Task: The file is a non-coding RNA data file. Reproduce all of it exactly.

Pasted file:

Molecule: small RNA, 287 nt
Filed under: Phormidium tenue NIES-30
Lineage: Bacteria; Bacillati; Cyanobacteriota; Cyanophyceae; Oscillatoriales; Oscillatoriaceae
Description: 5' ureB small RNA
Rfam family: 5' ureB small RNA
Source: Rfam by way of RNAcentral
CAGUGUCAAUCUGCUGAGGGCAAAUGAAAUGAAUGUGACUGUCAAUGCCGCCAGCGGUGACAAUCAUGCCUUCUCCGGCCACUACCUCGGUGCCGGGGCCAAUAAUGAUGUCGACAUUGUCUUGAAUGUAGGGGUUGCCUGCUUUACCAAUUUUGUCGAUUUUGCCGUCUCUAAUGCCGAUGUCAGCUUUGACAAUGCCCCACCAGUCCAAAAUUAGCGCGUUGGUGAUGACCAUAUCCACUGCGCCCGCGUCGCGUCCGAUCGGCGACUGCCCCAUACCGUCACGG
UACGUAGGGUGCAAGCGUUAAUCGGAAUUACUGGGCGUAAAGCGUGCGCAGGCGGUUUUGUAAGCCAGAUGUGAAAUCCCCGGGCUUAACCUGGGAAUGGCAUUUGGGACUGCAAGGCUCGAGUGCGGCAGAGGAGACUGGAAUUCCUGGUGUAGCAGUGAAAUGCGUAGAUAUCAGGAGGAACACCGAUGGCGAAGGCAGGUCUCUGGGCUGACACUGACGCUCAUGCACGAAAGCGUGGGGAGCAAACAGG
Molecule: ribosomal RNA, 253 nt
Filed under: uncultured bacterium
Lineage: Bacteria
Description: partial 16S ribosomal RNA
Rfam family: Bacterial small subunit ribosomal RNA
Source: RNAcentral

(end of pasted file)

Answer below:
Molecule: small RNA, 287 nt
Filed under: Phormidium tenue NIES-30
Lineage: Bacteria; Bacillati; Cyanobacteriota; Cyanophyceae; Oscillatoriales; Oscillatoriaceae
Description: 5' ureB small RNA
Rfam family: 5' ureB small RNA
Source: Rfam by way of RNAcentral
CAGUGUCAAUCUGCUGAGGGCAAAUGAAAUGAAUGUGACUGUCAAUGCCGCCAGCGGUGACAAUCAUGCCUUCUCCGGCCACUACCUCGGUGCCGGGGCCAAUAAUGAUGUCGACAUUGUCUUGAAUGUAGGGGUUGCCUGCUUUACCAAUUUUGUCGAUUUUGCCGUCUCUAAUGCCGAUGUCAGCUUUGACAAUGCCCCACCAGUCCAAAAUUAGCGCGUUGGUGAUGACCAUAUCCACUGCGCCCGCGUCGCGUCCGAUCGGCGACUGCCCCAUACCGUCACGG
UACGUAGGGUGCAAGCGUUAAUCGGAAUUACUGGGCGUAAAGCGUGCGCAGGCGGUUUUGUAAGCCAGAUGUGAAAUCCCCGGGCUUAACCUGGGAAUGGCAUUUGGGACUGCAAGGCUCGAGUGCGGCAGAGGAGACUGGAAUUCCUGGUGUAGCAGUGAAAUGCGUAGAUAUCAGGAGGAACACCGAUGGCGAAGGCAGGUCUCUGGGCUGACACUGACGCUCAUGCACGAAAGCGUGGGGAGCAAACAGG
Molecule: ribosomal RNA, 253 nt
Filed under: uncultured bacterium
Lineage: Bacteria
Description: partial 16S ribosomal RNA
Rfam family: Bacterial small subunit ribosomal RNA
Source: RNAcentral